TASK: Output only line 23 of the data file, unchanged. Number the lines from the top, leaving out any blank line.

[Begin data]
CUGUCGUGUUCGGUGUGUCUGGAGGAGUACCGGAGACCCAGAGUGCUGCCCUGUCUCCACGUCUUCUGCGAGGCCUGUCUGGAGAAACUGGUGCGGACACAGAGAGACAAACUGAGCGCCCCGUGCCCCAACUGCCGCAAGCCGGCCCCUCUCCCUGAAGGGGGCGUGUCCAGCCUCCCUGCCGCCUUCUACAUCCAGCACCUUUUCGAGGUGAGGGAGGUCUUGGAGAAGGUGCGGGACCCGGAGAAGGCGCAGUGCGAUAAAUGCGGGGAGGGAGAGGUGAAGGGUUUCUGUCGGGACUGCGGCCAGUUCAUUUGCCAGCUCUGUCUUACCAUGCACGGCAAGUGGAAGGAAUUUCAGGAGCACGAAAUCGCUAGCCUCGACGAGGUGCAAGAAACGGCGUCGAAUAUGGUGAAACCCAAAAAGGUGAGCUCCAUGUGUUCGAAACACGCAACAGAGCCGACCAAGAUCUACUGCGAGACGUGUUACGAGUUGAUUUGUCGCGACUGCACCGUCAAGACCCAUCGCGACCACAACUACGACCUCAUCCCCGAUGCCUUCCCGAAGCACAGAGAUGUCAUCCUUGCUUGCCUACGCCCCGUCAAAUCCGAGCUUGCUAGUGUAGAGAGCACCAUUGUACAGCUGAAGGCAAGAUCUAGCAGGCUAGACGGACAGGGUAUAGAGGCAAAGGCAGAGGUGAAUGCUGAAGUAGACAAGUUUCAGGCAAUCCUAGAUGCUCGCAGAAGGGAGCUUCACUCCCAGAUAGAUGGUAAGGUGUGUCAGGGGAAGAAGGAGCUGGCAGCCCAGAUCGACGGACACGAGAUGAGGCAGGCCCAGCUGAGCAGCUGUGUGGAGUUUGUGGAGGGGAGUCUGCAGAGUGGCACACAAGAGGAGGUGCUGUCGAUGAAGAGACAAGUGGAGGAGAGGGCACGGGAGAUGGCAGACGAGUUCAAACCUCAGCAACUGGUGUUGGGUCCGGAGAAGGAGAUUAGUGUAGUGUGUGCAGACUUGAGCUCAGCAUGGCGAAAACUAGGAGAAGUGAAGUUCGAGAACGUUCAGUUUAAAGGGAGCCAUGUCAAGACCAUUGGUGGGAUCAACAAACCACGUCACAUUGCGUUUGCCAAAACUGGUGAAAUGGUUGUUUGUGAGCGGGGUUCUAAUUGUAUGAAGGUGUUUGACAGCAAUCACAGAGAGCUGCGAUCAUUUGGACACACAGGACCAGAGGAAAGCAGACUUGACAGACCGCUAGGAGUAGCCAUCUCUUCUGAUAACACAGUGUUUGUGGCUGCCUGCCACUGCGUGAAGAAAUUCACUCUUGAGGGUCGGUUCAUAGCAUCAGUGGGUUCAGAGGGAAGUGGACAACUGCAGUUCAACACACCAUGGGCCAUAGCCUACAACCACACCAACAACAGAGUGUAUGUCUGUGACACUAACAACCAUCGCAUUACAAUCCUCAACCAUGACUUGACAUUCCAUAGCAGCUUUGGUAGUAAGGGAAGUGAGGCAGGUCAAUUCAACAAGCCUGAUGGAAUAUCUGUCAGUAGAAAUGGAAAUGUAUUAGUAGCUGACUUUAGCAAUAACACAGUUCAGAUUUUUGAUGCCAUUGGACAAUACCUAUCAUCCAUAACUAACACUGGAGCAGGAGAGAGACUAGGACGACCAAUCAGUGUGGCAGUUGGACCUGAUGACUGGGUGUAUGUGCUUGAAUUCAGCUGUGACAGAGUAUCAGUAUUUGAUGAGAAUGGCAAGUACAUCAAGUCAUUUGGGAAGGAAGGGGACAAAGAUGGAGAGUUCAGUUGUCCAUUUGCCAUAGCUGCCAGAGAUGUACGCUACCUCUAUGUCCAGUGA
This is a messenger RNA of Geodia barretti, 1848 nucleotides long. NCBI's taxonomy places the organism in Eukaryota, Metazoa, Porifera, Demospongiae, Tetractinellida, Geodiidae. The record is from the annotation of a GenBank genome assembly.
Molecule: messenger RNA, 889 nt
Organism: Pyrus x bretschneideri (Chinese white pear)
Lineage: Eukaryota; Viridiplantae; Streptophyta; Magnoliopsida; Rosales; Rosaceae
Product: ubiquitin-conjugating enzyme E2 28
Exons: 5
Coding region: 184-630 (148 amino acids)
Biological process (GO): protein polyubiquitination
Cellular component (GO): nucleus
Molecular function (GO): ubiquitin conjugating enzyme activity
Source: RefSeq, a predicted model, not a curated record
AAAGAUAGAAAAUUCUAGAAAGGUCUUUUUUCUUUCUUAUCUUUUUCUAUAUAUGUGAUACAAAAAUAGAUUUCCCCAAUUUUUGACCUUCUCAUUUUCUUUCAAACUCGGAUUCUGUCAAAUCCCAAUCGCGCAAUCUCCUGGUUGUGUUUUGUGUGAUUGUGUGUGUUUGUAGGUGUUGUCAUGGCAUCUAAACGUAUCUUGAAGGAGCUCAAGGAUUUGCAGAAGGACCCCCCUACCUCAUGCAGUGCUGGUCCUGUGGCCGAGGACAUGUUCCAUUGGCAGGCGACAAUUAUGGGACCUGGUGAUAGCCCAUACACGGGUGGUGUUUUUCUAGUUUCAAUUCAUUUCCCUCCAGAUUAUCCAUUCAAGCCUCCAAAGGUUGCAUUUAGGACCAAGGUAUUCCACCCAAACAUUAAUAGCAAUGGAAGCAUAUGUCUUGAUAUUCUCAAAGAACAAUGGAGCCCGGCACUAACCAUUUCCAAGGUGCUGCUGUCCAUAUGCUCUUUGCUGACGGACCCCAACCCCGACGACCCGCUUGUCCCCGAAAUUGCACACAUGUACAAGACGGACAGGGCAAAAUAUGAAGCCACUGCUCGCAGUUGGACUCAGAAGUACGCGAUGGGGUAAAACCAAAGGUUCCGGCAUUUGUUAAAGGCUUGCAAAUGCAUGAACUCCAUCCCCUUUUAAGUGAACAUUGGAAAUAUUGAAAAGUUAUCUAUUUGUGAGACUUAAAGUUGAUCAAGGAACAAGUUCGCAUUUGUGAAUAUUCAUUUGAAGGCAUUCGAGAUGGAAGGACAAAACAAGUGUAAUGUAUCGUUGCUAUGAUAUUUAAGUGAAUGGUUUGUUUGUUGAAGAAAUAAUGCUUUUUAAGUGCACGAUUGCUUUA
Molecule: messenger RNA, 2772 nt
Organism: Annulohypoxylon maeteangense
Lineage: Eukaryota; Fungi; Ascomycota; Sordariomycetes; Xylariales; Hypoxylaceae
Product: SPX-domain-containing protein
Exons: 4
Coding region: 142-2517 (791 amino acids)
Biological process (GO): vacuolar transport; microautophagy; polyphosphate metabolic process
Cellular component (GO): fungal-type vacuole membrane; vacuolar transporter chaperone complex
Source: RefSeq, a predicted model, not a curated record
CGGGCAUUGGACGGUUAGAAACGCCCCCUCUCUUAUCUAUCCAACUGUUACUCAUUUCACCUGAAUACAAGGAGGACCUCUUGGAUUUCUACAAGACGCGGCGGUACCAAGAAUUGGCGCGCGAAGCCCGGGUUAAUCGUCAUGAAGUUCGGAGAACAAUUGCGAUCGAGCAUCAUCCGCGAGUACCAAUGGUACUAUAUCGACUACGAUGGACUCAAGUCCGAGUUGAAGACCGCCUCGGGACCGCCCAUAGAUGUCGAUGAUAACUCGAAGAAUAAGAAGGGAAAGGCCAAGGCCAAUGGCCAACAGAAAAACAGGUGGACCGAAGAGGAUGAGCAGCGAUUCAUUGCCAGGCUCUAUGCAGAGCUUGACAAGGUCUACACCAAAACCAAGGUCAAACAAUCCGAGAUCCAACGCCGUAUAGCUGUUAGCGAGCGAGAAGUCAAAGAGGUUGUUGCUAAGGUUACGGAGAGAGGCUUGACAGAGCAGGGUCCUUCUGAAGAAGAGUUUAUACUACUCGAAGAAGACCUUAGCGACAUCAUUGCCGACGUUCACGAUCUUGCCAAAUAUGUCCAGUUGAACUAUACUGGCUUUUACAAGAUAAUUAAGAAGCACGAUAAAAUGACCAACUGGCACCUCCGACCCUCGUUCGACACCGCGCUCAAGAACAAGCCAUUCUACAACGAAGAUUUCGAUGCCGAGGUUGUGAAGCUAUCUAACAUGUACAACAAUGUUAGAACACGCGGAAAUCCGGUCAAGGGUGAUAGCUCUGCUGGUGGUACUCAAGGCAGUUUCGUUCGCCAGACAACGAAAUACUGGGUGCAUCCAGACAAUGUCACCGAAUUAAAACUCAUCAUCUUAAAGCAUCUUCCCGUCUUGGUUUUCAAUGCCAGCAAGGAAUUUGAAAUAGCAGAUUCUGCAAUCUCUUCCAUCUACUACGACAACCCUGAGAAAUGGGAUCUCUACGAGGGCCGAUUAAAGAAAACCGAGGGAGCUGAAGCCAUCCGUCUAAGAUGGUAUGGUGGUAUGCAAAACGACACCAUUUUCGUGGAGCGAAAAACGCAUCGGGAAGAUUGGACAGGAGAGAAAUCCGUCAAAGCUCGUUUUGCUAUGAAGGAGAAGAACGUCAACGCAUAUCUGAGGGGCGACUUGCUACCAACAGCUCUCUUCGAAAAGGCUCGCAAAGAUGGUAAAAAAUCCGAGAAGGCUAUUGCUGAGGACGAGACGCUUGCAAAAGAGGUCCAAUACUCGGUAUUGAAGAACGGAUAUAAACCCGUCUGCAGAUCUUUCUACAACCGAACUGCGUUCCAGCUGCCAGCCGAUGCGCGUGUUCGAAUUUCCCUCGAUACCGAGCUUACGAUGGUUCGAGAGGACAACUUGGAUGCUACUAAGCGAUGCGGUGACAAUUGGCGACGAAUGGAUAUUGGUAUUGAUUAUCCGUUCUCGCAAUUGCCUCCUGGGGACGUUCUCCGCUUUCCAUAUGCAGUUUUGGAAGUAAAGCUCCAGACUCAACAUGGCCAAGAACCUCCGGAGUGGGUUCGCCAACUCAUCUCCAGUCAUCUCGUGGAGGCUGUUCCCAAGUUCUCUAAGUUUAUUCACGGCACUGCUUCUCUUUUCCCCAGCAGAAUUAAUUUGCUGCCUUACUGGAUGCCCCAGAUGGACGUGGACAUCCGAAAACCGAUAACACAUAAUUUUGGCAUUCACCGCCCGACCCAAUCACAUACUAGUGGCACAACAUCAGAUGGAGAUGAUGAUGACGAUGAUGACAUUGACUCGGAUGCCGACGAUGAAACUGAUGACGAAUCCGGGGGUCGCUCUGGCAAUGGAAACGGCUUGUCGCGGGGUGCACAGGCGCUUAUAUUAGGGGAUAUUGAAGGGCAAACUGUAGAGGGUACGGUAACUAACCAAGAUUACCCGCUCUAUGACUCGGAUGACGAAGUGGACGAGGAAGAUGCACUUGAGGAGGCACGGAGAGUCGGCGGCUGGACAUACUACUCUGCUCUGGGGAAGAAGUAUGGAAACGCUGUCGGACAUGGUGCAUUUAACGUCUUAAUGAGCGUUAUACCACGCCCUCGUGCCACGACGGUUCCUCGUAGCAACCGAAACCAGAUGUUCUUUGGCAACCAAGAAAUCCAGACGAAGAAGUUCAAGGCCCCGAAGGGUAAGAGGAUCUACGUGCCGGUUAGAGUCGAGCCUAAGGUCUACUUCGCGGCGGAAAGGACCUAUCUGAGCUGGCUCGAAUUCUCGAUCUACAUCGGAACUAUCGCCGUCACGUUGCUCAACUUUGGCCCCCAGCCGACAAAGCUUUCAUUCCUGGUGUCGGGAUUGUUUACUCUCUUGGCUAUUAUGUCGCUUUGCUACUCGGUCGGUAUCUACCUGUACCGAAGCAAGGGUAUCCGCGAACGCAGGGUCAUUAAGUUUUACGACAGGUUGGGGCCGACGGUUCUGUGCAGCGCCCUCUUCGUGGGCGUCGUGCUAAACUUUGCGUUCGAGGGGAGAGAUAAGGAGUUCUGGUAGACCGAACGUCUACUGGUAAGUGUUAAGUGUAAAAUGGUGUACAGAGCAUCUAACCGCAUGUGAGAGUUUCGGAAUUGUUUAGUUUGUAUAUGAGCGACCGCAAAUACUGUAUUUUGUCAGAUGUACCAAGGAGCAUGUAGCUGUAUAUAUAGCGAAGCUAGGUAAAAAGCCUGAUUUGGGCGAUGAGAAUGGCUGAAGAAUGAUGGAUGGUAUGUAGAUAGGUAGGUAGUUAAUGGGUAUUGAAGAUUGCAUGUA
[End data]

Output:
CGGGCAUUGGACGGUUAGAAACGCCCCCUCUCUUAUCUAUCCAACUGUUACUCAUUUCACCUGAAUACAAGGAGGACCUCUUGGAUUUCUACAAGACGCGGCGGUACCAAGAAUUGGCGCGCGAAGCCCGGGUUAAUCGUCAUGAAGUUCGGAGAACAAUUGCGAUCGAGCAUCAUCCGCGAGUACCAAUGGUACUAUAUCGACUACGAUGGACUCAAGUCCGAGUUGAAGACCGCCUCGGGACCGCCCAUAGAUGUCGAUGAUAACUCGAAGAAUAAGAAGGGAAAGGCCAAGGCCAAUGGCCAACAGAAAAACAGGUGGACCGAAGAGGAUGAGCAGCGAUUCAUUGCCAGGCUCUAUGCAGAGCUUGACAAGGUCUACACCAAAACCAAGGUCAAACAAUCCGAGAUCCAACGCCGUAUAGCUGUUAGCGAGCGAGAAGUCAAAGAGGUUGUUGCUAAGGUUACGGAGAGAGGCUUGACAGAGCAGGGUCCUUCUGAAGAAGAGUUUAUACUACUCGAAGAAGACCUUAGCGACAUCAUUGCCGACGUUCACGAUCUUGCCAAAUAUGUCCAGUUGAACUAUACUGGCUUUUACAAGAUAAUUAAGAAGCACGAUAAAAUGACCAACUGGCACCUCCGACCCUCGUUCGACACCGCGCUCAAGAACAAGCCAUUCUACAACGAAGAUUUCGAUGCCGAGGUUGUGAAGCUAUCUAACAUGUACAACAAUGUUAGAACACGCGGAAAUCCGGUCAAGGGUGAUAGCUCUGCUGGUGGUACUCAAGGCAGUUUCGUUCGCCAGACAACGAAAUACUGGGUGCAUCCAGACAAUGUCACCGAAUUAAAACUCAUCAUCUUAAAGCAUCUUCCCGUCUUGGUUUUCAAUGCCAGCAAGGAAUUUGAAAUAGCAGAUUCUGCAAUCUCUUCCAUCUACUACGACAACCCUGAGAAAUGGGAUCUCUACGAGGGCCGAUUAAAGAAAACCGAGGGAGCUGAAGCCAUCCGUCUAAGAUGGUAUGGUGGUAUGCAAAACGACACCAUUUUCGUGGAGCGAAAAACGCAUCGGGAAGAUUGGACAGGAGAGAAAUCCGUCAAAGCUCGUUUUGCUAUGAAGGAGAAGAACGUCAACGCAUAUCUGAGGGGCGACUUGCUACCAACAGCUCUCUUCGAAAAGGCUCGCAAAGAUGGUAAAAAAUCCGAGAAGGCUAUUGCUGAGGACGAGACGCUUGCAAAAGAGGUCCAAUACUCGGUAUUGAAGAACGGAUAUAAACCCGUCUGCAGAUCUUUCUACAACCGAACUGCGUUCCAGCUGCCAGCCGAUGCGCGUGUUCGAAUUUCCCUCGAUACCGAGCUUACGAUGGUUCGAGAGGACAACUUGGAUGCUACUAAGCGAUGCGGUGACAAUUGGCGACGAAUGGAUAUUGGUAUUGAUUAUCCGUUCUCGCAAUUGCCUCCUGGGGACGUUCUCCGCUUUCCAUAUGCAGUUUUGGAAGUAAAGCUCCAGACUCAACAUGGCCAAGAACCUCCGGAGUGGGUUCGCCAACUCAUCUCCAGUCAUCUCGUGGAGGCUGUUCCCAAGUUCUCUAAGUUUAUUCACGGCACUGCUUCUCUUUUCCCCAGCAGAAUUAAUUUGCUGCCUUACUGGAUGCCCCAGAUGGACGUGGACAUCCGAAAACCGAUAACACAUAAUUUUGGCAUUCACCGCCCGACCCAAUCACAUACUAGUGGCACAACAUCAGAUGGAGAUGAUGAUGACGAUGAUGACAUUGACUCGGAUGCCGACGAUGAAACUGAUGACGAAUCCGGGGGUCGCUCUGGCAAUGGAAACGGCUUGUCGCGGGGUGCACAGGCGCUUAUAUUAGGGGAUAUUGAAGGGCAAACUGUAGAGGGUACGGUAACUAACCAAGAUUACCCGCUCUAUGACUCGGAUGACGAAGUGGACGAGGAAGAUGCACUUGAGGAGGCACGGAGAGUCGGCGGCUGGACAUACUACUCUGCUCUGGGGAAGAAGUAUGGAAACGCUGUCGGACAUGGUGCAUUUAACGUCUUAAUGAGCGUUAUACCACGCCCUCGUGCCACGACGGUUCCUCGUAGCAACCGAAACCAGAUGUUCUUUGGCAACCAAGAAAUCCAGACGAAGAAGUUCAAGGCCCCGAAGGGUAAGAGGAUCUACGUGCCGGUUAGAGUCGAGCCUAAGGUCUACUUCGCGGCGGAAAGGACCUAUCUGAGCUGGCUCGAAUUCUCGAUCUACAUCGGAACUAUCGCCGUCACGUUGCUCAACUUUGGCCCCCAGCCGACAAAGCUUUCAUUCCUGGUGUCGGGAUUGUUUACUCUCUUGGCUAUUAUGUCGCUUUGCUACUCGGUCGGUAUCUACCUGUACCGAAGCAAGGGUAUCCGCGAACGCAGGGUCAUUAAGUUUUACGACAGGUUGGGGCCGACGGUUCUGUGCAGCGCCCUCUUCGUGGGCGUCGUGCUAAACUUUGCGUUCGAGGGGAGAGAUAAGGAGUUCUGGUAGACCGAACGUCUACUGGUAAGUGUUAAGUGUAAAAUGGUGUACAGAGCAUCUAACCGCAUGUGAGAGUUUCGGAAUUGUUUAGUUUGUAUAUGAGCGACCGCAAAUACUGUAUUUUGUCAGAUGUACCAAGGAGCAUGUAGCUGUAUAUAUAGCGAAGCUAGGUAAAAAGCCUGAUUUGGGCGAUGAGAAUGGCUGAAGAAUGAUGGAUGGUAUGUAGAUAGGUAGGUAGUUAAUGGGUAUUGAAGAUUGCAUGUA